None of the parties of the ruling class offer any alternative for the working class. SYRIZA proposes nothing more than increasing the monthly minimum wage to just €880, and public sector workers’ pay by 10 percent—going nowhere near compensating for the losses over the past decade. Its proposals to reinstate an annual bonus pension up to €500 and raise all pensions by 7.5 percent are similarly pathetic, and would in any case be junked as soon as demanded by international investors.

In a debate held between the main party leaders earlier this month, SYRIZA leader Alexis Tsipras emphasised the restraint shown in the party’s spending proposals, insisting that he was “fully aware of the country’s fiscal capabilities.” He has declared himself open to participating in any governing coalition, not wanting to “exclude anyone in advance.” In 2015, SYRIZA entered government with the xenophobic Independent Greeks as its junior partners.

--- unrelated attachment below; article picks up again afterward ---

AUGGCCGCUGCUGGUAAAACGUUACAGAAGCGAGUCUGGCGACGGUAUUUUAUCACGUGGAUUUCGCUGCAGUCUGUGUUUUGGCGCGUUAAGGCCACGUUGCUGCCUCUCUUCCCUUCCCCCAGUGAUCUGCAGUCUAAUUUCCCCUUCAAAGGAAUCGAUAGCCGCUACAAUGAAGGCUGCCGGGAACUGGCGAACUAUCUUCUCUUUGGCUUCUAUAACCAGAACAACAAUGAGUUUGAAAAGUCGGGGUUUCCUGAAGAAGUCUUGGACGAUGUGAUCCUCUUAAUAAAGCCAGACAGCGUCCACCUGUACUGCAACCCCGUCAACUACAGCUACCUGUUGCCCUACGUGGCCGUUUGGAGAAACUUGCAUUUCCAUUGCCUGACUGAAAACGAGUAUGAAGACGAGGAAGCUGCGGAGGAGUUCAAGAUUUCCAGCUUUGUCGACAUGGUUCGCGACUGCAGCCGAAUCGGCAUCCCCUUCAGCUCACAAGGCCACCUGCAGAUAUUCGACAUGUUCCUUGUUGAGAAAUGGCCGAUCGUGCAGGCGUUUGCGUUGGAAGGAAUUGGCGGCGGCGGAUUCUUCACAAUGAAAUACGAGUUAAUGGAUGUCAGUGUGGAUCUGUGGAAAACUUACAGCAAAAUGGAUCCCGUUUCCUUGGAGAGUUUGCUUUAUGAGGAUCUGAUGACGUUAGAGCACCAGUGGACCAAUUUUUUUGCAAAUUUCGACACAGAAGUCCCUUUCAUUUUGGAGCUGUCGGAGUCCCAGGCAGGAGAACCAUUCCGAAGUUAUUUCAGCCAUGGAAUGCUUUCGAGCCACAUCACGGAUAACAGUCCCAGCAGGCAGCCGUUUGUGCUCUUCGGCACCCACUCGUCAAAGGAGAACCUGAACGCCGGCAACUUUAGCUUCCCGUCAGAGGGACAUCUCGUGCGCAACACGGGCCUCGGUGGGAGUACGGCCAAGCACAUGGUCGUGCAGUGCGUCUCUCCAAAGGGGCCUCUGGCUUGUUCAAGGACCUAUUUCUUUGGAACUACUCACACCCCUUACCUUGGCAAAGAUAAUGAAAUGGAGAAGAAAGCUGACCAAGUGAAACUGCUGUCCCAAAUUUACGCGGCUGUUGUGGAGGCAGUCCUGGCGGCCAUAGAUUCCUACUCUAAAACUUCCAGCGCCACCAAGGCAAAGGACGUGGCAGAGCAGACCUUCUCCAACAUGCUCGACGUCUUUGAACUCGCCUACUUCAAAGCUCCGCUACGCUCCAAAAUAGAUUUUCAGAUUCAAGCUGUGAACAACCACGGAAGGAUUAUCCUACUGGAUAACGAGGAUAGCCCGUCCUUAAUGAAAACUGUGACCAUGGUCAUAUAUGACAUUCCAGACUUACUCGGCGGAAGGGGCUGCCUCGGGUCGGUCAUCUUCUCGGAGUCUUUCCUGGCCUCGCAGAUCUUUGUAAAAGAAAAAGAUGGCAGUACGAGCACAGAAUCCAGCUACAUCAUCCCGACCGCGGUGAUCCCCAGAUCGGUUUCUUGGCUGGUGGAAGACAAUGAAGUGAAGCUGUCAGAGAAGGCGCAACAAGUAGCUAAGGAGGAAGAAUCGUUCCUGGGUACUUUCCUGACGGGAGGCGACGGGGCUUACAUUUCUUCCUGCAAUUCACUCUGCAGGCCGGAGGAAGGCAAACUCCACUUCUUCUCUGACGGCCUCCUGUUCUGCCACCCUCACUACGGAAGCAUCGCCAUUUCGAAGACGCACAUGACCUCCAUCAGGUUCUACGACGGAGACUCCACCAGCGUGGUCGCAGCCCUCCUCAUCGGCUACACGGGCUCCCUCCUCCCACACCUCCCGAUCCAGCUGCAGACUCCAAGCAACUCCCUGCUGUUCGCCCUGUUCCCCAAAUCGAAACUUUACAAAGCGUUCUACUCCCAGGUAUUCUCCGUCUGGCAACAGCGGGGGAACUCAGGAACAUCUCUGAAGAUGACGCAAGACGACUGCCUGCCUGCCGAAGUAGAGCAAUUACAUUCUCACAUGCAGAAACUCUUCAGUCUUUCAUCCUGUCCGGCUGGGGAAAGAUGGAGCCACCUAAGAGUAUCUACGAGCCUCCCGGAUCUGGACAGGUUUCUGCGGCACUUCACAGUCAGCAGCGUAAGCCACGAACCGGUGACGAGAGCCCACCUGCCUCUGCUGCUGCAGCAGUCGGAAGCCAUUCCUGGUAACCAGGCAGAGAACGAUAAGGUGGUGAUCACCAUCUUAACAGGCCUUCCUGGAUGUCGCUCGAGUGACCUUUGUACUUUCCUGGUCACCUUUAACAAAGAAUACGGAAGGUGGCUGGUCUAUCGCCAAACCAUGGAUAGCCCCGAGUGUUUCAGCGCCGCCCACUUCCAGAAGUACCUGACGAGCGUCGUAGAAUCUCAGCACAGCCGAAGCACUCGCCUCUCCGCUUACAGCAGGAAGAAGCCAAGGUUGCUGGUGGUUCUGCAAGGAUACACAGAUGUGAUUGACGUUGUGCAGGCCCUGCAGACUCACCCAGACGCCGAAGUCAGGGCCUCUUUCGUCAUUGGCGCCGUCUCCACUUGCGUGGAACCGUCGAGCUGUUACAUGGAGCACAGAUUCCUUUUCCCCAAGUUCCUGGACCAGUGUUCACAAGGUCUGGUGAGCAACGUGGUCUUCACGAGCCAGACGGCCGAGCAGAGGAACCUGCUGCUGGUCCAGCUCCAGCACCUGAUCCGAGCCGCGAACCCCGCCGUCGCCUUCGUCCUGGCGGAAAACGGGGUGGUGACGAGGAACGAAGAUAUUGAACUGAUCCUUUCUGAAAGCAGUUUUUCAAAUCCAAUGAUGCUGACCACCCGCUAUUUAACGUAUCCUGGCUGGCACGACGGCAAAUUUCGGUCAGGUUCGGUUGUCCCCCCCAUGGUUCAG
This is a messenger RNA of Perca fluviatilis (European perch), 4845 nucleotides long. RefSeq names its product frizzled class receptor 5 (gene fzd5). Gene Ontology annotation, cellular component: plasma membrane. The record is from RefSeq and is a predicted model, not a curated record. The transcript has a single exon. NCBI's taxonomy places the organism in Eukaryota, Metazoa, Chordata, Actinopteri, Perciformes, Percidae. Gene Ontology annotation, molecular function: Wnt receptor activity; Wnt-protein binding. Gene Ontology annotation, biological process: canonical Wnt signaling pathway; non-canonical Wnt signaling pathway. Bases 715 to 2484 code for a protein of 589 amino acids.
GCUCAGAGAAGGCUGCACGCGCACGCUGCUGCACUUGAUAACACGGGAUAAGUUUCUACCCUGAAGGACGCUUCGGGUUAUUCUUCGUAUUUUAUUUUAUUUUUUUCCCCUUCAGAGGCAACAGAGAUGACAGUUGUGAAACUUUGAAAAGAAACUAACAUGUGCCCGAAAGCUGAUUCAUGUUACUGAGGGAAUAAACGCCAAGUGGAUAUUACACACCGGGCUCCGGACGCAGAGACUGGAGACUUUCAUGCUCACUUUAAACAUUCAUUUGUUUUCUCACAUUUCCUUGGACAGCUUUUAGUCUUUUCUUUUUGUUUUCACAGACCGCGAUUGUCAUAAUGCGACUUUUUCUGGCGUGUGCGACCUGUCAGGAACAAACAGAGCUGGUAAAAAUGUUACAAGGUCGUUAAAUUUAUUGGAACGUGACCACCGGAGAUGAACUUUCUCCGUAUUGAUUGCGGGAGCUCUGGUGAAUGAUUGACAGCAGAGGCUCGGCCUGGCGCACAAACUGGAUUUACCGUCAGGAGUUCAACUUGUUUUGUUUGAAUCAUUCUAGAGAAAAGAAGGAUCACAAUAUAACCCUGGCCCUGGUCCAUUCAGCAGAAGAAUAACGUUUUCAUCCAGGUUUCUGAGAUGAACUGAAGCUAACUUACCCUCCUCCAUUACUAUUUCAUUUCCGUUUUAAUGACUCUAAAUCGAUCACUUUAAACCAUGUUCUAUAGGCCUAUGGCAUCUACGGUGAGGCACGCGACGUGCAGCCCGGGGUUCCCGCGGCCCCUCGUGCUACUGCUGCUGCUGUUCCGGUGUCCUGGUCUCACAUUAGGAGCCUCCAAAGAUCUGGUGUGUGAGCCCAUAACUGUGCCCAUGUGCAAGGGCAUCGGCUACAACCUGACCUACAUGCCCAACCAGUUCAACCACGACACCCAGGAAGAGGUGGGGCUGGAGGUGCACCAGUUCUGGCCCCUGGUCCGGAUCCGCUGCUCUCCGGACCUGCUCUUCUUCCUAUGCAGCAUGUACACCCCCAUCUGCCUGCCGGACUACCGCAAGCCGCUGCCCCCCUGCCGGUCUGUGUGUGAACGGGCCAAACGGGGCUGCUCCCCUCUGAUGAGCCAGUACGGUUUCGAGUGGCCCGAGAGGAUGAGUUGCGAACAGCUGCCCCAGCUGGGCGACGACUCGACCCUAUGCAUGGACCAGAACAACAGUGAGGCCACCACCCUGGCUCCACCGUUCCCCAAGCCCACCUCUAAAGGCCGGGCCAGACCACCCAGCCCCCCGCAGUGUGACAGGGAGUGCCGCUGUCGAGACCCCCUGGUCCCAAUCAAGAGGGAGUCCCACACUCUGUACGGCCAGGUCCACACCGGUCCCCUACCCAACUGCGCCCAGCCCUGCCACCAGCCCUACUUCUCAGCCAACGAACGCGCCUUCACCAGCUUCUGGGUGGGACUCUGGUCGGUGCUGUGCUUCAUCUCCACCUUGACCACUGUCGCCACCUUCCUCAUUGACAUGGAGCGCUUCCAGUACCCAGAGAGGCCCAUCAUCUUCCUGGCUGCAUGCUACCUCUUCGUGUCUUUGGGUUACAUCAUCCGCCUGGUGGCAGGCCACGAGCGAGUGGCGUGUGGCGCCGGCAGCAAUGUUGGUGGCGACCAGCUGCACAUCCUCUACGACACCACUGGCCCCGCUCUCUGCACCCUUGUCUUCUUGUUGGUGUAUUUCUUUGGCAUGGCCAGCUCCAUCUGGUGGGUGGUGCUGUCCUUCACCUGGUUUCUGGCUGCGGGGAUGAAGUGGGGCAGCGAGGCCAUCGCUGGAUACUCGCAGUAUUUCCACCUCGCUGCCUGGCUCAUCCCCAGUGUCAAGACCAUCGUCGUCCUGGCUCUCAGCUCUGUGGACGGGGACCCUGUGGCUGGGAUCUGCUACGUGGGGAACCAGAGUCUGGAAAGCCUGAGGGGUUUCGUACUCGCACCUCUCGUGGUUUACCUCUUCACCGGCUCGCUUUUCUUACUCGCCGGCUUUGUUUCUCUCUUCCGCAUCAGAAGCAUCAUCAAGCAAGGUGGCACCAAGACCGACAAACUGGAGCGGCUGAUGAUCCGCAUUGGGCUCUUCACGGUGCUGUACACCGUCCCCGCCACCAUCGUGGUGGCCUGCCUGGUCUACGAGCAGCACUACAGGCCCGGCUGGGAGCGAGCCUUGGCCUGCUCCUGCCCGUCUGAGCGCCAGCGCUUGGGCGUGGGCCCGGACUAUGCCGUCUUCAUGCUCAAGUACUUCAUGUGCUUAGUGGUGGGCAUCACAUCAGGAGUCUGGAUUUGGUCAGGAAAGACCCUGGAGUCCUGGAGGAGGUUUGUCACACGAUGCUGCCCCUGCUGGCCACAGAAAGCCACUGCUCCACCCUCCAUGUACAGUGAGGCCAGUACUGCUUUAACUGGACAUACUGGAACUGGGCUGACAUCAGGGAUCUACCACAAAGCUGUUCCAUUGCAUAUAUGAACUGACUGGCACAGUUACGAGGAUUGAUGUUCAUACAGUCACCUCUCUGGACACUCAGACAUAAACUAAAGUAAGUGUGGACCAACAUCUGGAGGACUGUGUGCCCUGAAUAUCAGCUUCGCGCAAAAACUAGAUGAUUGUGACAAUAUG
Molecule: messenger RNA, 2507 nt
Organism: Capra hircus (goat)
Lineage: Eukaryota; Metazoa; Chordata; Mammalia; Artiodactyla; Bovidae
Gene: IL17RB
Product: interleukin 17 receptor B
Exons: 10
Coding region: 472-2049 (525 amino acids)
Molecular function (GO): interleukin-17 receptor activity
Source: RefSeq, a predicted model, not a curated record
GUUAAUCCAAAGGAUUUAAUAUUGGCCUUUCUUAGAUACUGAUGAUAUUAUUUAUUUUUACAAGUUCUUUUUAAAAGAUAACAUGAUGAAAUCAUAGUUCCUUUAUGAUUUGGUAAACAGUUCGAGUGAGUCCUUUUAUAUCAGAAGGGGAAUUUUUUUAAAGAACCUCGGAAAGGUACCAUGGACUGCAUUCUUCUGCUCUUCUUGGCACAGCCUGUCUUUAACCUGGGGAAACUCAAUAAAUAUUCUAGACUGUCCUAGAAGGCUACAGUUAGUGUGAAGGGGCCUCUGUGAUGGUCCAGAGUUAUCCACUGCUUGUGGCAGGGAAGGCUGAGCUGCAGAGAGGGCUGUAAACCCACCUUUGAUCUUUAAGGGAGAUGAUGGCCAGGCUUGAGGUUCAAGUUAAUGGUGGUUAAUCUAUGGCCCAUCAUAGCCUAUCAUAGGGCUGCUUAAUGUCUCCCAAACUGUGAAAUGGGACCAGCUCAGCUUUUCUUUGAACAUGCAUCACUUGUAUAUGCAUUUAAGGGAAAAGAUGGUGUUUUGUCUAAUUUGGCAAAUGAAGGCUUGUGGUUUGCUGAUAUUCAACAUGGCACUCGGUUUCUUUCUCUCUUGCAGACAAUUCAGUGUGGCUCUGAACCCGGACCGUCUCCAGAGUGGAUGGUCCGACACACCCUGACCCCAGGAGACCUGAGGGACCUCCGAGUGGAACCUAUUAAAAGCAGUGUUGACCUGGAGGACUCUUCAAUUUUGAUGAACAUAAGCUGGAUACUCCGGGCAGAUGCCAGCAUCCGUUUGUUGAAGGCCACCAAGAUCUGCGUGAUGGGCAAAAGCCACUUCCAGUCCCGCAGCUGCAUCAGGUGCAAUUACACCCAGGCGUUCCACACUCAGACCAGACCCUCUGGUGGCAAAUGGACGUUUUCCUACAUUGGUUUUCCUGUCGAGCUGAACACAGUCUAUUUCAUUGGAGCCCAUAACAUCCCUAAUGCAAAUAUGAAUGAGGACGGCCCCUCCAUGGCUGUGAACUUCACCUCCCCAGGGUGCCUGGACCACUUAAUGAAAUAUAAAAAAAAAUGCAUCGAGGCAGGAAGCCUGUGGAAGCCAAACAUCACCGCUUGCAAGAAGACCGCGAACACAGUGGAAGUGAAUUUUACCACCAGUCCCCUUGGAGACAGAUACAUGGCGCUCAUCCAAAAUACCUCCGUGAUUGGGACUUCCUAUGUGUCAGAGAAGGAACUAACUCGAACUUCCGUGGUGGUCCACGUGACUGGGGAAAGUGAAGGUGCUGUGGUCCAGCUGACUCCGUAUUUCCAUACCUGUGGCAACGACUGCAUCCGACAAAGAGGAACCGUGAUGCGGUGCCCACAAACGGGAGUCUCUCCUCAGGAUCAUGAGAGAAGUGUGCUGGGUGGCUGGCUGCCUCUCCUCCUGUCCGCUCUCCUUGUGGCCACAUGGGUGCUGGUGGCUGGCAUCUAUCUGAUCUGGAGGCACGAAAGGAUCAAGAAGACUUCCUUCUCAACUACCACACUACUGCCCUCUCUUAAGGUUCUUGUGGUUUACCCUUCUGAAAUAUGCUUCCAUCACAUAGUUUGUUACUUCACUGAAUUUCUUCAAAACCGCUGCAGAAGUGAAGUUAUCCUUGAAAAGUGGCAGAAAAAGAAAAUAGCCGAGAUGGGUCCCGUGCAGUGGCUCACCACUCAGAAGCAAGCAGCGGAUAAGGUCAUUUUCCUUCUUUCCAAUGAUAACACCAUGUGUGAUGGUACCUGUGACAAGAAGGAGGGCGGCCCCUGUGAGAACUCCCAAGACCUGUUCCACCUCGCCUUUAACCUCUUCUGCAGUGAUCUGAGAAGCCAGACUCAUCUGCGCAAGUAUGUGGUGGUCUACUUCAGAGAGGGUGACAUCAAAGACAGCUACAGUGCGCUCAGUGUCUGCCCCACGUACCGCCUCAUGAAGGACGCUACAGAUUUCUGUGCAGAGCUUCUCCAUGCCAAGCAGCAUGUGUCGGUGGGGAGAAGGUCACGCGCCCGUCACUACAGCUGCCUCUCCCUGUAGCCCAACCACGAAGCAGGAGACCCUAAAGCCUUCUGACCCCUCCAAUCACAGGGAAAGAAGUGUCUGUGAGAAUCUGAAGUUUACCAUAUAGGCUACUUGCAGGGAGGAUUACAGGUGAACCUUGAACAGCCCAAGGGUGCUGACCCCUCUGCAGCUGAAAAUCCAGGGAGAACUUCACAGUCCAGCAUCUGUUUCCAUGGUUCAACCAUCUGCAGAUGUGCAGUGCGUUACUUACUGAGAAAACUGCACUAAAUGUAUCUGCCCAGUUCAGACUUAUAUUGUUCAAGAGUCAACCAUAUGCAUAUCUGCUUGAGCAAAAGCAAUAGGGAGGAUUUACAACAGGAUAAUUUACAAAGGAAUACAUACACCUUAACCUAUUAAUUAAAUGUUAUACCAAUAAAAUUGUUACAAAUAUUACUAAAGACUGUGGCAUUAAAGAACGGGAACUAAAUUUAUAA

Whatever rotten coalition emerges will maintain the offensive against the working class. It will do so as part of Greece’s continuing commitment to a NATO alliance now waging war against Russia. Athens is NATO’s highest military spender in GDP terms, €7.44 billion last year, representing 3.54 percent of GDP. This is even higher than the United States’ 3.46 percent.

In the party leaders’ debate, Tsipras said his party would “obviously honour the defence contracts Greece has signed, but will fight to bring projects to the Greek defence industry as well.” He complained, “it is unacceptable that a programme of 14-15 billion euros has not brought a single euro to the Greek defence industry.”

The debate he contributed so enthusiastically to was framed around a supposedly imminent invasion from Turkey. Asked by ERT’s host what he would do in government if Turkish commandos landed on a Greek islet, former SYRIZA finance minister and current leader of MeRA25 (European Realistic Disobedience Front) Yanis Varoufakis responded, “The defence of our national space is an obligation we all have.”